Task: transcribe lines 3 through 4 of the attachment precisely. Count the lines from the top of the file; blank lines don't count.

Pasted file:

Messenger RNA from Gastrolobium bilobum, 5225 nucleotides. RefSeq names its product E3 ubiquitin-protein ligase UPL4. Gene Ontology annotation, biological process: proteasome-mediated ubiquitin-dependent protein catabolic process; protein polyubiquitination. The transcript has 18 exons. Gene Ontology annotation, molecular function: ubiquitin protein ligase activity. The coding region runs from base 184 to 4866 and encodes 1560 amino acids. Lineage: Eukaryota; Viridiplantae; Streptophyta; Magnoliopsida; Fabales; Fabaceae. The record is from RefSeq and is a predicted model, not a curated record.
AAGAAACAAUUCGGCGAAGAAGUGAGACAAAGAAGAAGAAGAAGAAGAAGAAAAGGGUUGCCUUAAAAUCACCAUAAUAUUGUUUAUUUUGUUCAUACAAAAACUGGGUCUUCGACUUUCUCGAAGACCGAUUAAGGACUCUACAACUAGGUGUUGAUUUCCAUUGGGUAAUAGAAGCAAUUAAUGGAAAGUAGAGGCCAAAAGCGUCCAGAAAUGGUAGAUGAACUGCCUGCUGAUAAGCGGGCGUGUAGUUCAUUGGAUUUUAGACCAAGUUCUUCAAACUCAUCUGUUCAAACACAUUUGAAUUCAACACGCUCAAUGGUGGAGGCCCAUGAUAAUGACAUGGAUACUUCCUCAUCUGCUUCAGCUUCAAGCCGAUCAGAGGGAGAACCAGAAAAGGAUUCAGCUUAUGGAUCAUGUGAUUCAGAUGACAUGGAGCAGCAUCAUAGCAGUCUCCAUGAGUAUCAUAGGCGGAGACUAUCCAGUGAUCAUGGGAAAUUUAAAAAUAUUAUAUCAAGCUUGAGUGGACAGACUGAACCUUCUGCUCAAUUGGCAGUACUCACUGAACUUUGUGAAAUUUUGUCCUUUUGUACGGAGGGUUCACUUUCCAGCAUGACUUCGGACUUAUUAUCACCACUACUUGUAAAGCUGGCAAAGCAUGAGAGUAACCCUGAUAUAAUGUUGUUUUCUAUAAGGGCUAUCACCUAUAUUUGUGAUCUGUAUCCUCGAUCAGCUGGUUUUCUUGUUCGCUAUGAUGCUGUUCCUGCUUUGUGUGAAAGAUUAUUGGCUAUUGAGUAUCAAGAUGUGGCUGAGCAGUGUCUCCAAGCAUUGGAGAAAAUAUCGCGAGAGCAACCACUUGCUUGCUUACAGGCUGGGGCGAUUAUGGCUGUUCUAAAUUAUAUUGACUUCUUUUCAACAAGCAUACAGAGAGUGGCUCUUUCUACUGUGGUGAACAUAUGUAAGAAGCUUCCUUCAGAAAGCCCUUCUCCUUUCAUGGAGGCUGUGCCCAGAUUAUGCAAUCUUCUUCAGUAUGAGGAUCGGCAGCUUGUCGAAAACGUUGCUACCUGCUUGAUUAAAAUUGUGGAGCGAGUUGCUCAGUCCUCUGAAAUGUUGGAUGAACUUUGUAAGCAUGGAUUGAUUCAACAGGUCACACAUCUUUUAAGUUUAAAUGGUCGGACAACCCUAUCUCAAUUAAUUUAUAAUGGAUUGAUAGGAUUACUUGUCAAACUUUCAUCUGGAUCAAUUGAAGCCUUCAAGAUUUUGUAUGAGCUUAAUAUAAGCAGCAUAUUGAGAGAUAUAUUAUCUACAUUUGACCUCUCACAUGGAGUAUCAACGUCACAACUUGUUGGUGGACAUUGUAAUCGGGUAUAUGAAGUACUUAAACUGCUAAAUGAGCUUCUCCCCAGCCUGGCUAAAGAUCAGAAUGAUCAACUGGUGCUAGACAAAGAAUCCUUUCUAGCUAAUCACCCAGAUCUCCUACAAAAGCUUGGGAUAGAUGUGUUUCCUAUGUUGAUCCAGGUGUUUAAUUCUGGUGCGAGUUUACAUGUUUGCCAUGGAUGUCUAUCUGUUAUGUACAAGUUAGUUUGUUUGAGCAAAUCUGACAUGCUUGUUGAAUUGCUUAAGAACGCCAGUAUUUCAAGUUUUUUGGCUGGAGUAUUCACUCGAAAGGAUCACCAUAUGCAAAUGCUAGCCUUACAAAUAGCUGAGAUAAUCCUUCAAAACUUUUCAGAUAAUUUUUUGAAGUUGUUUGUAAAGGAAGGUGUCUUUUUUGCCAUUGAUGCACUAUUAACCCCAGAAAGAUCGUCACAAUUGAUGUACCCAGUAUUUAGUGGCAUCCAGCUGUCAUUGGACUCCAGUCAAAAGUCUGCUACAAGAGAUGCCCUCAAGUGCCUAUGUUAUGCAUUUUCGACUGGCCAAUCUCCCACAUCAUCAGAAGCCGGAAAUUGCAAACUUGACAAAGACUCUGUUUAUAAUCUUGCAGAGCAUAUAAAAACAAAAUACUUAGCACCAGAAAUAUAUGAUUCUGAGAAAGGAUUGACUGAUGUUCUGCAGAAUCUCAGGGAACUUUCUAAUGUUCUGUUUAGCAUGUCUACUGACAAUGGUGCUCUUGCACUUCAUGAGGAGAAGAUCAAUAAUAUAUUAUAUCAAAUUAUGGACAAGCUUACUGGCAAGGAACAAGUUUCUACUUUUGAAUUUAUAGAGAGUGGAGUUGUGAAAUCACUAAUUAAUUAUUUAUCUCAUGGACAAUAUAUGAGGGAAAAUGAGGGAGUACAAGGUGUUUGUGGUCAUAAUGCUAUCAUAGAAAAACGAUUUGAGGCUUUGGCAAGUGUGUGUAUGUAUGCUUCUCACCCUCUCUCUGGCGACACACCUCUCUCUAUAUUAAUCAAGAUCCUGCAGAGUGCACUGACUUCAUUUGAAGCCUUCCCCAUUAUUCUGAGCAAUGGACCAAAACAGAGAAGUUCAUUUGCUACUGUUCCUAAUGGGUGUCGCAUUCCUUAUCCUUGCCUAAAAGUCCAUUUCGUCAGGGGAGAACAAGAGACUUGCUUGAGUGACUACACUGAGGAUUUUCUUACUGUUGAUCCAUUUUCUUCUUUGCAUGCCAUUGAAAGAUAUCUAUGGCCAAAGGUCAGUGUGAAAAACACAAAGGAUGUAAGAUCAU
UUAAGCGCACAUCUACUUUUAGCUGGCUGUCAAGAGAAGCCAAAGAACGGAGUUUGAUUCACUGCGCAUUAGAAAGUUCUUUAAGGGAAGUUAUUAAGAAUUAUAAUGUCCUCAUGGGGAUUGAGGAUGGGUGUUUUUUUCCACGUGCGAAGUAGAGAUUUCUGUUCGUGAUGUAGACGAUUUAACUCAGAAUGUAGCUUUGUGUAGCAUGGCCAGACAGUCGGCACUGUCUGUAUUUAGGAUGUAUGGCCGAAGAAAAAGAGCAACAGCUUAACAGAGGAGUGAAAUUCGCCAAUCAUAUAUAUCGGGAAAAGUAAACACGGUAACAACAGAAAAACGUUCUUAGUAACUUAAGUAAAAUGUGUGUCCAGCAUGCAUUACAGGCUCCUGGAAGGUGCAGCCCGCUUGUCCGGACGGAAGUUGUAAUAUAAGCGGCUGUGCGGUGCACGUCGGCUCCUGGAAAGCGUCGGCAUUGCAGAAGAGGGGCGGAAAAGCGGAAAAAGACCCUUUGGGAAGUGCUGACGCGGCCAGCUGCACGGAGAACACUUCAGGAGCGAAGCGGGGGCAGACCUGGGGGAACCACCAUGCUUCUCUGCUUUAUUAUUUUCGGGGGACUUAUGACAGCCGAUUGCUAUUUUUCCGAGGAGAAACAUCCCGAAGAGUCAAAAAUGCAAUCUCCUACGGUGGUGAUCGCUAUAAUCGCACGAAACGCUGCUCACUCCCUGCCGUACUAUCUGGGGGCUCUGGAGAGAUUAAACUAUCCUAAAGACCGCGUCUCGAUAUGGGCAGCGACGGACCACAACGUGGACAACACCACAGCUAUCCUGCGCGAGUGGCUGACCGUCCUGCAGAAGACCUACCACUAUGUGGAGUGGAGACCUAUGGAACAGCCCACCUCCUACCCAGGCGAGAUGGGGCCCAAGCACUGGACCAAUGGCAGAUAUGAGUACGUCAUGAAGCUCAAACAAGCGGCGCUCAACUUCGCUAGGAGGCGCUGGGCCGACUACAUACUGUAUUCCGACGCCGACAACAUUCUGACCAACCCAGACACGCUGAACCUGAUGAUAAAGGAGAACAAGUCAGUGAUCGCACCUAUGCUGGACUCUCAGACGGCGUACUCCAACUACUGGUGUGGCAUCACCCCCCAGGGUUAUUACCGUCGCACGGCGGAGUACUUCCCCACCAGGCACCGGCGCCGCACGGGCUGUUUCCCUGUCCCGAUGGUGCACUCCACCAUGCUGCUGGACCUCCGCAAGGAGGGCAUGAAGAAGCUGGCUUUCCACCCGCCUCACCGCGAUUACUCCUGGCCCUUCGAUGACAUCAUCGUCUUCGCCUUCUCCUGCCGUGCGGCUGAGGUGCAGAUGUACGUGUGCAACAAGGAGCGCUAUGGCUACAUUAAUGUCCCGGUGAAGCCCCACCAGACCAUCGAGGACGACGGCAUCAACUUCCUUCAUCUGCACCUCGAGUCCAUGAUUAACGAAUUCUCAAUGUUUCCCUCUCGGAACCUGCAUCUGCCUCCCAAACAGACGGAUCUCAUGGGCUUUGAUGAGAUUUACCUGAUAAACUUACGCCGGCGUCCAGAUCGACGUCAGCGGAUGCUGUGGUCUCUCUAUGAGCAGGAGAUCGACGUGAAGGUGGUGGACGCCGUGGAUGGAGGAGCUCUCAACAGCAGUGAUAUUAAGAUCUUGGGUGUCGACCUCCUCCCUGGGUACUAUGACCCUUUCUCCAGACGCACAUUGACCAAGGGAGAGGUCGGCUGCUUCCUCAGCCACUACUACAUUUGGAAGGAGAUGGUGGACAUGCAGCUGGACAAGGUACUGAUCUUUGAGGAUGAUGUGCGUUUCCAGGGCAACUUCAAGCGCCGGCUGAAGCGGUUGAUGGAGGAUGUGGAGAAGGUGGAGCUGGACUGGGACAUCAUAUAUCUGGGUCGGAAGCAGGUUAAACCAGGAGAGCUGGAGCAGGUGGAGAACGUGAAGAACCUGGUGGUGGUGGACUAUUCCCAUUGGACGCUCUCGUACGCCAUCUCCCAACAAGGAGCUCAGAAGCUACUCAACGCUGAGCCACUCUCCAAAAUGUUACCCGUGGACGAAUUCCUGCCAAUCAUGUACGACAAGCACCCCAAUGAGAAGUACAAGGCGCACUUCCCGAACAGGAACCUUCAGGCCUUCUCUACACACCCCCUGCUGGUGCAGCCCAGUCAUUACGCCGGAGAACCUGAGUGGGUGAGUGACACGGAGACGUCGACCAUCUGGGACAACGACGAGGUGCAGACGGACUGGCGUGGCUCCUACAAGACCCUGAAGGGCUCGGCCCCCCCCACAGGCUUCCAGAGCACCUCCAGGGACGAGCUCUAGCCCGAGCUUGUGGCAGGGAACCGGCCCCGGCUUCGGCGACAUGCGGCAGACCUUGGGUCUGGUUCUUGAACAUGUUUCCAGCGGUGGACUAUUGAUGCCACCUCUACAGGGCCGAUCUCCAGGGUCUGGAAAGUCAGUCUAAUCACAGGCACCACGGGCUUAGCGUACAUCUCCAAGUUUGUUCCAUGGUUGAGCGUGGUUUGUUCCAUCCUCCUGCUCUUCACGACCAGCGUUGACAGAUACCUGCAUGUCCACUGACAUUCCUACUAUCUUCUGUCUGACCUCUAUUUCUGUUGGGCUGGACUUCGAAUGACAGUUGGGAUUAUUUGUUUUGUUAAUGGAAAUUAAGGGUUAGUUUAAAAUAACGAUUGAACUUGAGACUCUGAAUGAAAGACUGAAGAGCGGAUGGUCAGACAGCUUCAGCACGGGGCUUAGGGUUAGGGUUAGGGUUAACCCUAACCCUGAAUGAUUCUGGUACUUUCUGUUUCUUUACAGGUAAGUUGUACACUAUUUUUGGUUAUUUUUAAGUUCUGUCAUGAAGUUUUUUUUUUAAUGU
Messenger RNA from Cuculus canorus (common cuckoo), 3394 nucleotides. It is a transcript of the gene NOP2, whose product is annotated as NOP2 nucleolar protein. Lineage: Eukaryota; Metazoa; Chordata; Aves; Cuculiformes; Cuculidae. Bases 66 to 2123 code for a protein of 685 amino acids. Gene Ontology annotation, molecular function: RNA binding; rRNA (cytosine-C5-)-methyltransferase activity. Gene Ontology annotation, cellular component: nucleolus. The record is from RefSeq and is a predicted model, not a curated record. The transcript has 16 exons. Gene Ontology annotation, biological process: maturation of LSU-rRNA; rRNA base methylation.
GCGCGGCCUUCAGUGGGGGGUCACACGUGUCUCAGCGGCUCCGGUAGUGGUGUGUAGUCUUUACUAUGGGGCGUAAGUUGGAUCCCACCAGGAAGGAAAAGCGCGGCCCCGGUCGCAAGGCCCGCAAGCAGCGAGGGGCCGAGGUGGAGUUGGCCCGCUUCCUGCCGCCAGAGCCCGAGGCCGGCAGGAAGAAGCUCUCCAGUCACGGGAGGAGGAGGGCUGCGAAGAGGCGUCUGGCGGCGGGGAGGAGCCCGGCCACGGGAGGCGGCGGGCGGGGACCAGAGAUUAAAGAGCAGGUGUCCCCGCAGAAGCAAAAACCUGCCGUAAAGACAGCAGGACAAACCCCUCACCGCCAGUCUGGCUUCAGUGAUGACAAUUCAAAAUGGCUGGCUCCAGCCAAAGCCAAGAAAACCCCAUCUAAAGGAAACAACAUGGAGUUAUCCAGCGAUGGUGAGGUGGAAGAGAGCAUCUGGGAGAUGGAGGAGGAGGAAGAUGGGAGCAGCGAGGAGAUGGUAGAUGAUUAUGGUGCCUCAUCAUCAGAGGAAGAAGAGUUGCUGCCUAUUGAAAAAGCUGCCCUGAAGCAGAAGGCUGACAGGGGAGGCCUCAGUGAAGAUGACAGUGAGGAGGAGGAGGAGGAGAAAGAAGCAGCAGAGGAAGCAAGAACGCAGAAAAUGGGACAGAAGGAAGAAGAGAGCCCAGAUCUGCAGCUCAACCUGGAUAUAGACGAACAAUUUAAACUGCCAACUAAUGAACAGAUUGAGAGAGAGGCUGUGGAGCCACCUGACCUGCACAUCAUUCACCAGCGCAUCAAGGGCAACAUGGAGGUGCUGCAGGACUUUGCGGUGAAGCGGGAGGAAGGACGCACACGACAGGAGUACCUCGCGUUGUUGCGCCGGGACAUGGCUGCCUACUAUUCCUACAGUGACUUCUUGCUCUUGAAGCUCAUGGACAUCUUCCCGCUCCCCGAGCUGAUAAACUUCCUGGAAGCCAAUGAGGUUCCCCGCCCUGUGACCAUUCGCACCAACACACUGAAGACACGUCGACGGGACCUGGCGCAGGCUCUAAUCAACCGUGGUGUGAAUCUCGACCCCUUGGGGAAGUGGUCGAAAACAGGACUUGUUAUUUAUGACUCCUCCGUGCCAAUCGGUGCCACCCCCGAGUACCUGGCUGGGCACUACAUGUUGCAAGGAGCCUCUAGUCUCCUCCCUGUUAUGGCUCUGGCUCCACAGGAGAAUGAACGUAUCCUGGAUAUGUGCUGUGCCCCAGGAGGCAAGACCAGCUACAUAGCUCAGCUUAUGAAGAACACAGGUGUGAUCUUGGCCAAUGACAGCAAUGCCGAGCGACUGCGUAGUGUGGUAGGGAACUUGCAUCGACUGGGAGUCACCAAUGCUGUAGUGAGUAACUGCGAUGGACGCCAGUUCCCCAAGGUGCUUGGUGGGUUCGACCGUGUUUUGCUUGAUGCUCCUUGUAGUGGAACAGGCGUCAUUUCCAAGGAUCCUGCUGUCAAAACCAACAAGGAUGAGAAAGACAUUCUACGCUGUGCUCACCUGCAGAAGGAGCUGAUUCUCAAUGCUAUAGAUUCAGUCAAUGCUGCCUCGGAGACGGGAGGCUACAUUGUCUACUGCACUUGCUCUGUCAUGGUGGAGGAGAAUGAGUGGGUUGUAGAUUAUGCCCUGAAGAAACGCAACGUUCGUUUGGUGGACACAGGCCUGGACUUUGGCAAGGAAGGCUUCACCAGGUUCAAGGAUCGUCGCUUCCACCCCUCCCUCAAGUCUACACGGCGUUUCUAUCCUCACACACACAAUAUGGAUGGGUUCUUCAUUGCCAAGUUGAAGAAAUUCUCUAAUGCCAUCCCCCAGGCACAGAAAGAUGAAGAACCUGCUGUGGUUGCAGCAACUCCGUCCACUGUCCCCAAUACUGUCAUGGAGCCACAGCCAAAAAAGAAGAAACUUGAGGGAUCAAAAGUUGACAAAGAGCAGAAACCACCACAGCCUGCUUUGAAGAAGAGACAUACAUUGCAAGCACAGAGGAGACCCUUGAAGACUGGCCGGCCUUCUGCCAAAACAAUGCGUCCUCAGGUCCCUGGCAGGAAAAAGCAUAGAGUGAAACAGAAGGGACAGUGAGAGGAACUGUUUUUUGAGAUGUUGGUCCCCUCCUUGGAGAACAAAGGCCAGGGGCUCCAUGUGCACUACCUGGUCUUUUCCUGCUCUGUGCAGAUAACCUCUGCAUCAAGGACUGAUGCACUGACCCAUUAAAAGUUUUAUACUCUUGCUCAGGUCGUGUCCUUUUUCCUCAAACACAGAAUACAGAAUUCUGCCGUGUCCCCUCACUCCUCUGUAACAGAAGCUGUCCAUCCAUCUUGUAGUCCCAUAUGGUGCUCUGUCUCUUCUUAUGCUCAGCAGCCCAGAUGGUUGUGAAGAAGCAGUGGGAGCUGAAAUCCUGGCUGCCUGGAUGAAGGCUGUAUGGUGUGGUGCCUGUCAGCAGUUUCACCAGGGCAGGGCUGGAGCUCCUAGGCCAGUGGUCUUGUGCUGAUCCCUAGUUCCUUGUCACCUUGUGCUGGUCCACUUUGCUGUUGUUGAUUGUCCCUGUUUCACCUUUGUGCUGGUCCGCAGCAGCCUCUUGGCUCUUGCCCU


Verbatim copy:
UUAAGCGCACAUCUACUUUUAGCUGGCUGUCAAGAGAAGCCAAAGAACGGAGUUUGAUUCACUGCGCAUUAGAAAGUUCUUUAAGGGAAGUUAUUAAGAAUUAUAAUGUCCUCAUGGGGAUUGAGGAUGGGUGUUUUUUUCCACGUGCGAAGUAGAGAUUUCUGUUCGUGAUGUAGACGAUUUAACUCAGAAUGUAGCUUUGUGUAGCAUGGCCAGACAGUCGGCACUGUCUGUAUUUAGGAUGUAUGGCCGAAGAAAAAGAGCAACAGCUUAACAGAGGAGUGAAAUUCGCCAAUCAUAUAUAUCGGGAAAAGUAAACACGGUAACAACAGAAAAACGUUCUUAGUAACUUAAGUAAAAUGUGUGUCCAGCAUGCAUUACAGGCUCCUGGAAGGUGCAGCCCGCUUGUCCGGACGGAAGUUGUAAUAUAAGCGGCUGUGCGGUGCACGUCGGCUCCUGGAAAGCGUCGGCAUUGCAGAAGAGGGGCGGAAAAGCGGAAAAAGACCCUUUGGGAAGUGCUGACGCGGCCAGCUGCACGGAGAACACUUCAGGAGCGAAGCGGGGGCAGACCUGGGGGAACCACCAUGCUUCUCUGCUUUAUUAUUUUCGGGGGACUUAUGACAGCCGAUUGCUAUUUUUCCGAGGAGAAACAUCCCGAAGAGUCAAAAAUGCAAUCUCCUACGGUGGUGAUCGCUAUAAUCGCACGAAACGCUGCUCACUCCCUGCCGUACUAUCUGGGGGCUCUGGAGAGAUUAAACUAUCCUAAAGACCGCGUCUCGAUAUGGGCAGCGACGGACCACAACGUGGACAACACCACAGCUAUCCUGCGCGAGUGGCUGACCGUCCUGCAGAAGACCUACCACUAUGUGGAGUGGAGACCUAUGGAACAGCCCACCUCCUACCCAGGCGAGAUGGGGCCCAAGCACUGGACCAAUGGCAGAUAUGAGUACGUCAUGAAGCUCAAACAAGCGGCGCUCAACUUCGCUAGGAGGCGCUGGGCCGACUACAUACUGUAUUCCGACGCCGACAACAUUCUGACCAACCCAGACACGCUGAACCUGAUGAUAAAGGAGAACAAGUCAGUGAUCGCACCUAUGCUGGACUCUCAGACGGCGUACUCCAACUACUGGUGUGGCAUCACCCCCCAGGGUUAUUACCGUCGCACGGCGGAGUACUUCCCCACCAGGCACCGGCGCCGCACGGGCUGUUUCCCUGUCCCGAUGGUGCACUCCACCAUGCUGCUGGACCUCCGCAAGGAGGGCAUGAAGAAGCUGGCUUUCCACCCGCCUCACCGCGAUUACUCCUGGCCCUUCGAUGACAUCAUCGUCUUCGCCUUCUCCUGCCGUGCGGCUGAGGUGCAGAUGUACGUGUGCAACAAGGAGCGCUAUGGCUACAUUAAUGUCCCGGUGAAGCCCCACCAGACCAUCGAGGACGACGGCAUCAACUUCCUUCAUCUGCACCUCGAGUCCAUGAUUAACGAAUUCUCAAUGUUUCCCUCUCGGAACCUGCAUCUGCCUCCCAAACAGACGGAUCUCAUGGGCUUUGAUGAGAUUUACCUGAUAAACUUACGCCGGCGUCCAGAUCGACGUCAGCGGAUGCUGUGGUCUCUCUAUGAGCAGGAGAUCGACGUGAAGGUGGUGGACGCCGUGGAUGGAGGAGCUCUCAACAGCAGUGAUAUUAAGAUCUUGGGUGUCGACCUCCUCCCUGGGUACUAUGACCCUUUCUCCAGACGCACAUUGACCAAGGGAGAGGUCGGCUGCUUCCUCAGCCACUACUACAUUUGGAAGGAGAUGGUGGACAUGCAGCUGGACAAGGUACUGAUCUUUGAGGAUGAUGUGCGUUUCCAGGGCAACUUCAAGCGCCGGCUGAAGCGGUUGAUGGAGGAUGUGGAGAAGGUGGAGCUGGACUGGGACAUCAUAUAUCUGGGUCGGAAGCAGGUUAAACCAGGAGAGCUGGAGCAGGUGGAGAACGUGAAGAACCUGGUGGUGGUGGACUAUUCCCAUUGGACGCUCUCGUACGCCAUCUCCCAACAAGGAGCUCAGAAGCUACUCAACGCUGAGCCACUCUCCAAAAUGUUACCCGUGGACGAAUUCCUGCCAAUCAUGUACGACAAGCACCCCAAUGAGAAGUACAAGGCGCACUUCCCGAACAGGAACCUUCAGGCCUUCUCUACACACCCCCUGCUGGUGCAGCCCAGUCAUUACGCCGGAGAACCUGAGUGGGUGAGUGACACGGAGACGUCGACCAUCUGGGACAACGACGAGGUGCAGACGGACUGGCGUGGCUCCUACAAGACCCUGAAGGGCUCGGCCCCCCCCACAGGCUUCCAGAGCACCUCCAGGGACGAGCUCUAGCCCGAGCUUGUGGCAGGGAACCGGCCCCGGCUUCGGCGACAUGCGGCAGACCUUGGGUCUGGUUCUUGAACAUGUUUCCAGCGGUGGACUAUUGAUGCCACCUCUACAGGGCCGAUCUCCAGGGUCUGGAAAGUCAGUCUAAUCACAGGCACCACGGGCUUAGCGUACAUCUCCAAGUUUGUUCCAUGGUUGAGCGUGGUUUGUUCCAUCCUCCUGCUCUUCACGACCAGCGUUGACAGAUACCUGCAUGUCCACUGACAUUCCUACUAUCUUCUGUCUGACCUCUAUUUCUGUUGGGCUGGACUUCGAAUGACAGUUGGGAUUAUUUGUUUUGUUAAUGGAAAUUAAGGGUUAGUUUAAAAUAACGAUUGAACUUGAGACUCUGAAUGAAAGACUGAAGAGCGGAUGGUCAGACAGCUUCAGCACGGGGCUUAGGGUUAGGGUUAGGGUUAACCCUAACCCUGAAUGAUUCUGGUACUUUCUGUUUCUUUACAGGUAAGUUGUACACUAUUUUUGGUUAUUUUUAAGUUCUGUCAUGAAGUUUUUUUUUUAAUGU
Messenger RNA from Cuculus canorus (common cuckoo), 3394 nucleotides. It is a transcript of the gene NOP2, whose product is annotated as NOP2 nucleolar protein. Lineage: Eukaryota; Metazoa; Chordata; Aves; Cuculiformes; Cuculidae. Bases 66 to 2123 code for a protein of 685 amino acids. Gene Ontology annotation, molecular function: RNA binding; rRNA (cytosine-C5-)-methyltransferase activity. Gene Ontology annotation, cellular component: nucleolus. The record is from RefSeq and is a predicted model, not a curated record. The transcript has 16 exons. Gene Ontology annotation, biological process: maturation of LSU-rRNA; rRNA base methylation.